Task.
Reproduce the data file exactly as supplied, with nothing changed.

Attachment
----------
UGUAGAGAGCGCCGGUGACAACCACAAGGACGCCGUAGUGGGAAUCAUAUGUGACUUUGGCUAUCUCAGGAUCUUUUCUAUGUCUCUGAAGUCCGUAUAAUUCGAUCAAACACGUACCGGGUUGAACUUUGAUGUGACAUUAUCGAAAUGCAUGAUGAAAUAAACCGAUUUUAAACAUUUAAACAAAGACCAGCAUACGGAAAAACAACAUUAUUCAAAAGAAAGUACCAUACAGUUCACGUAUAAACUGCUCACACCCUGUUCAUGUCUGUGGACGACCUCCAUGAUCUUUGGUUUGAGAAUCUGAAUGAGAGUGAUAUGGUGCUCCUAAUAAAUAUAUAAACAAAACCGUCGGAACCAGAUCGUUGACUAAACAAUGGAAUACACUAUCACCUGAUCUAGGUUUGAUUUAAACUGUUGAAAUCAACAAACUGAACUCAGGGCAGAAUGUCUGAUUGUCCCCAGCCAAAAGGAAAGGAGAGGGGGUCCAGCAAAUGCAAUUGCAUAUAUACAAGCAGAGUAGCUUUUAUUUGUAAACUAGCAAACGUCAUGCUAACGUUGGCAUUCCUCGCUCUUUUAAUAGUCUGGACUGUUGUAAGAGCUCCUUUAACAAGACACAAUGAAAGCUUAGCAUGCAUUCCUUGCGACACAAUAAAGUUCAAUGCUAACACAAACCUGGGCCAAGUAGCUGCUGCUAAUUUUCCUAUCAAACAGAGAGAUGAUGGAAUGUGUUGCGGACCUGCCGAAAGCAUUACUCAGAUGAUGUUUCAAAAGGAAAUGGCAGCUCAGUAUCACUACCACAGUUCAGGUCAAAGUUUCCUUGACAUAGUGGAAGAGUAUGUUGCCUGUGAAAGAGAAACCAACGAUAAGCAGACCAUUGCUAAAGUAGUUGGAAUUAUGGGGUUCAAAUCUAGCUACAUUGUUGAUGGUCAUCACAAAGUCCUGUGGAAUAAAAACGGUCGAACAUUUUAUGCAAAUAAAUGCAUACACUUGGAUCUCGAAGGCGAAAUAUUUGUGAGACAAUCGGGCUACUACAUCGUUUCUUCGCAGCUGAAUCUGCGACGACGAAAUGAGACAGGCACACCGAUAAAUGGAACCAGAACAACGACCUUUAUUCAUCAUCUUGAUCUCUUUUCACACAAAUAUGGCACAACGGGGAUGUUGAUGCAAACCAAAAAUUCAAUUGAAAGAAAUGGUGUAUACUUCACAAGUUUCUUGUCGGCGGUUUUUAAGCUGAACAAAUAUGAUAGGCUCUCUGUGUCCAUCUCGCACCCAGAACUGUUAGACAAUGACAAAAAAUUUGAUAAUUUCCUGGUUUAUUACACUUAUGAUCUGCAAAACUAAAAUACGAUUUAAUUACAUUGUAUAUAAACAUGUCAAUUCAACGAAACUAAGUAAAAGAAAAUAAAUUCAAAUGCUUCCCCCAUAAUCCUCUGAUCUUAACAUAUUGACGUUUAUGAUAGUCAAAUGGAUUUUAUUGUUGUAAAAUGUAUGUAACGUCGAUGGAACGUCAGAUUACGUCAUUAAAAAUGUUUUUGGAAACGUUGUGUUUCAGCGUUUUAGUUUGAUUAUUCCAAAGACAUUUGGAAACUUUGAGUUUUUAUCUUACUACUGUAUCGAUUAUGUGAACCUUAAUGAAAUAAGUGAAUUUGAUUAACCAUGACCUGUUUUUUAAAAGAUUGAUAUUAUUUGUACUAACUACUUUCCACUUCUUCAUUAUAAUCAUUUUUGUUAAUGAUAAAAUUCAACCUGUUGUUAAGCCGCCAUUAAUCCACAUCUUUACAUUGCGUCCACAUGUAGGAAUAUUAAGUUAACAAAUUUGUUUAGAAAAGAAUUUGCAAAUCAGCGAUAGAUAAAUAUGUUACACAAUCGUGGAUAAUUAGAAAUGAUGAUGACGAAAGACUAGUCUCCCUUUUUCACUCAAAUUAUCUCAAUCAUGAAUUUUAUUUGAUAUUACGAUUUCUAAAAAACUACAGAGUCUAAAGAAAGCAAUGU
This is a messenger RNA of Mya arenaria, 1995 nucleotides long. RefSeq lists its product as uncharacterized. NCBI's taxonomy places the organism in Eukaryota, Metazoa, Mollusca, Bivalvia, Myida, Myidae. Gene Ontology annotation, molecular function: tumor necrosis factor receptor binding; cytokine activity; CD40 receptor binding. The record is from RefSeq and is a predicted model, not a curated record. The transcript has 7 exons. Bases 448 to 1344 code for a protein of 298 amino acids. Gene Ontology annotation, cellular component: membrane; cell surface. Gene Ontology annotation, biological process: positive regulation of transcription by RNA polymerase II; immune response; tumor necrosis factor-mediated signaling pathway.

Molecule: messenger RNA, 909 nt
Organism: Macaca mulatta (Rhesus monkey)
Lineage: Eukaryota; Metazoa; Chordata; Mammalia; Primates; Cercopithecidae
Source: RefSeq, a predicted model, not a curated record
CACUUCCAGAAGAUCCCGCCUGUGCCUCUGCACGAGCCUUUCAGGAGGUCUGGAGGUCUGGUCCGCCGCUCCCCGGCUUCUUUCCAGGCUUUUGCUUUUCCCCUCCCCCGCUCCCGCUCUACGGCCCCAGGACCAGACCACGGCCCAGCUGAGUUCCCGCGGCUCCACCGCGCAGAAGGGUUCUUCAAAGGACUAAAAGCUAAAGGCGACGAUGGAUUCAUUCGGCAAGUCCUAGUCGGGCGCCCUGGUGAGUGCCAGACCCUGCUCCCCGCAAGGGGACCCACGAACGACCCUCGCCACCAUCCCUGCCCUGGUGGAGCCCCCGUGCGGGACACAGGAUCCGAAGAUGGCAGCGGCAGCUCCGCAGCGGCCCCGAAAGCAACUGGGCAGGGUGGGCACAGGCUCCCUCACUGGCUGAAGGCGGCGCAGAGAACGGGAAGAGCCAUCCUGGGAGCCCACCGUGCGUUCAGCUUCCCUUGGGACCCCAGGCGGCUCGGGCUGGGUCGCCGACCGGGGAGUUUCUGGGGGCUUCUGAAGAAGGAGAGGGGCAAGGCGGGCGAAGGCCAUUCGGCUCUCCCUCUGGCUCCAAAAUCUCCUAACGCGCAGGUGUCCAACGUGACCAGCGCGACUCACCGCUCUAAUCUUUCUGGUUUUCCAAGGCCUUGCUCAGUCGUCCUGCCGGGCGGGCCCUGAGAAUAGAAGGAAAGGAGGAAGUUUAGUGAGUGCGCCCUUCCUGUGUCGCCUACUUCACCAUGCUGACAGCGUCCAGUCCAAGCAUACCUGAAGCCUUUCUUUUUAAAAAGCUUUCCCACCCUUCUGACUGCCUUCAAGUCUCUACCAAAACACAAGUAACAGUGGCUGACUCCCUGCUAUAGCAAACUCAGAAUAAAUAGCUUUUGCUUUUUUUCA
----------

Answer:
UGUAGAGAGCGCCGGUGACAACCACAAGGACGCCGUAGUGGGAAUCAUAUGUGACUUUGGCUAUCUCAGGAUCUUUUCUAUGUCUCUGAAGUCCGUAUAAUUCGAUCAAACACGUACCGGGUUGAACUUUGAUGUGACAUUAUCGAAAUGCAUGAUGAAAUAAACCGAUUUUAAACAUUUAAACAAAGACCAGCAUACGGAAAAACAACAUUAUUCAAAAGAAAGUACCAUACAGUUCACGUAUAAACUGCUCACACCCUGUUCAUGUCUGUGGACGACCUCCAUGAUCUUUGGUUUGAGAAUCUGAAUGAGAGUGAUAUGGUGCUCCUAAUAAAUAUAUAAACAAAACCGUCGGAACCAGAUCGUUGACUAAACAAUGGAAUACACUAUCACCUGAUCUAGGUUUGAUUUAAACUGUUGAAAUCAACAAACUGAACUCAGGGCAGAAUGUCUGAUUGUCCCCAGCCAAAAGGAAAGGAGAGGGGGUCCAGCAAAUGCAAUUGCAUAUAUACAAGCAGAGUAGCUUUUAUUUGUAAACUAGCAAACGUCAUGCUAACGUUGGCAUUCCUCGCUCUUUUAAUAGUCUGGACUGUUGUAAGAGCUCCUUUAACAAGACACAAUGAAAGCUUAGCAUGCAUUCCUUGCGACACAAUAAAGUUCAAUGCUAACACAAACCUGGGCCAAGUAGCUGCUGCUAAUUUUCCUAUCAAACAGAGAGAUGAUGGAAUGUGUUGCGGACCUGCCGAAAGCAUUACUCAGAUGAUGUUUCAAAAGGAAAUGGCAGCUCAGUAUCACUACCACAGUUCAGGUCAAAGUUUCCUUGACAUAGUGGAAGAGUAUGUUGCCUGUGAAAGAGAAACCAACGAUAAGCAGACCAUUGCUAAAGUAGUUGGAAUUAUGGGGUUCAAAUCUAGCUACAUUGUUGAUGGUCAUCACAAAGUCCUGUGGAAUAAAAACGGUCGAACAUUUUAUGCAAAUAAAUGCAUACACUUGGAUCUCGAAGGCGAAAUAUUUGUGAGACAAUCGGGCUACUACAUCGUUUCUUCGCAGCUGAAUCUGCGACGACGAAAUGAGACAGGCACACCGAUAAAUGGAACCAGAACAACGACCUUUAUUCAUCAUCUUGAUCUCUUUUCACACAAAUAUGGCACAACGGGGAUGUUGAUGCAAACCAAAAAUUCAAUUGAAAGAAAUGGUGUAUACUUCACAAGUUUCUUGUCGGCGGUUUUUAAGCUGAACAAAUAUGAUAGGCUCUCUGUGUCCAUCUCGCACCCAGAACUGUUAGACAAUGACAAAAAAUUUGAUAAUUUCCUGGUUUAUUACACUUAUGAUCUGCAAAACUAAAAUACGAUUUAAUUACAUUGUAUAUAAACAUGUCAAUUCAACGAAACUAAGUAAAAGAAAAUAAAUUCAAAUGCUUCCCCCAUAAUCCUCUGAUCUUAACAUAUUGACGUUUAUGAUAGUCAAAUGGAUUUUAUUGUUGUAAAAUGUAUGUAACGUCGAUGGAACGUCAGAUUACGUCAUUAAAAAUGUUUUUGGAAACGUUGUGUUUCAGCGUUUUAGUUUGAUUAUUCCAAAGACAUUUGGAAACUUUGAGUUUUUAUCUUACUACUGUAUCGAUUAUGUGAACCUUAAUGAAAUAAGUGAAUUUGAUUAACCAUGACCUGUUUUUUAAAAGAUUGAUAUUAUUUGUACUAACUACUUUCCACUUCUUCAUUAUAAUCAUUUUUGUUAAUGAUAAAAUUCAACCUGUUGUUAAGCCGCCAUUAAUCCACAUCUUUACAUUGCGUCCACAUGUAGGAAUAUUAAGUUAACAAAUUUGUUUAGAAAAGAAUUUGCAAAUCAGCGAUAGAUAAAUAUGUUACACAAUCGUGGAUAAUUAGAAAUGAUGAUGACGAAAGACUAGUCUCCCUUUUUCACUCAAAUUAUCUCAAUCAUGAAUUUUAUUUGAUAUUACGAUUUCUAAAAAACUACAGAGUCUAAAGAAAGCAAUGU
This is a messenger RNA of Mya arenaria, 1995 nucleotides long. RefSeq lists its product as uncharacterized. NCBI's taxonomy places the organism in Eukaryota, Metazoa, Mollusca, Bivalvia, Myida, Myidae. Gene Ontology annotation, molecular function: tumor necrosis factor receptor binding; cytokine activity; CD40 receptor binding. The record is from RefSeq and is a predicted model, not a curated record. The transcript has 7 exons. Bases 448 to 1344 code for a protein of 298 amino acids. Gene Ontology annotation, cellular component: membrane; cell surface. Gene Ontology annotation, biological process: positive regulation of transcription by RNA polymerase II; immune response; tumor necrosis factor-mediated signaling pathway.

Molecule: messenger RNA, 909 nt
Organism: Macaca mulatta (Rhesus monkey)
Lineage: Eukaryota; Metazoa; Chordata; Mammalia; Primates; Cercopithecidae
Source: RefSeq, a predicted model, not a curated record
CACUUCCAGAAGAUCCCGCCUGUGCCUCUGCACGAGCCUUUCAGGAGGUCUGGAGGUCUGGUCCGCCGCUCCCCGGCUUCUUUCCAGGCUUUUGCUUUUCCCCUCCCCCGCUCCCGCUCUACGGCCCCAGGACCAGACCACGGCCCAGCUGAGUUCCCGCGGCUCCACCGCGCAGAAGGGUUCUUCAAAGGACUAAAAGCUAAAGGCGACGAUGGAUUCAUUCGGCAAGUCCUAGUCGGGCGCCCUGGUGAGUGCCAGACCCUGCUCCCCGCAAGGGGACCCACGAACGACCCUCGCCACCAUCCCUGCCCUGGUGGAGCCCCCGUGCGGGACACAGGAUCCGAAGAUGGCAGCGGCAGCUCCGCAGCGGCCCCGAAAGCAACUGGGCAGGGUGGGCACAGGCUCCCUCACUGGCUGAAGGCGGCGCAGAGAACGGGAAGAGCCAUCCUGGGAGCCCACCGUGCGUUCAGCUUCCCUUGGGACCCCAGGCGGCUCGGGCUGGGUCGCCGACCGGGGAGUUUCUGGGGGCUUCUGAAGAAGGAGAGGGGCAAGGCGGGCGAAGGCCAUUCGGCUCUCCCUCUGGCUCCAAAAUCUCCUAACGCGCAGGUGUCCAACGUGACCAGCGCGACUCACCGCUCUAAUCUUUCUGGUUUUCCAAGGCCUUGCUCAGUCGUCCUGCCGGGCGGGCCCUGAGAAUAGAAGGAAAGGAGGAAGUUUAGUGAGUGCGCCCUUCCUGUGUCGCCUACUUCACCAUGCUGACAGCGUCCAGUCCAAGCAUACCUGAAGCCUUUCUUUUUAAAAAGCUUUCCCACCCUUCUGACUGCCUUCAAGUCUCUACCAAAACACAAGUAACAGUGGCUGACUCCCUGCUAUAGCAAACUCAGAAUAAAUAGCUUUUGCUUUUUUUCA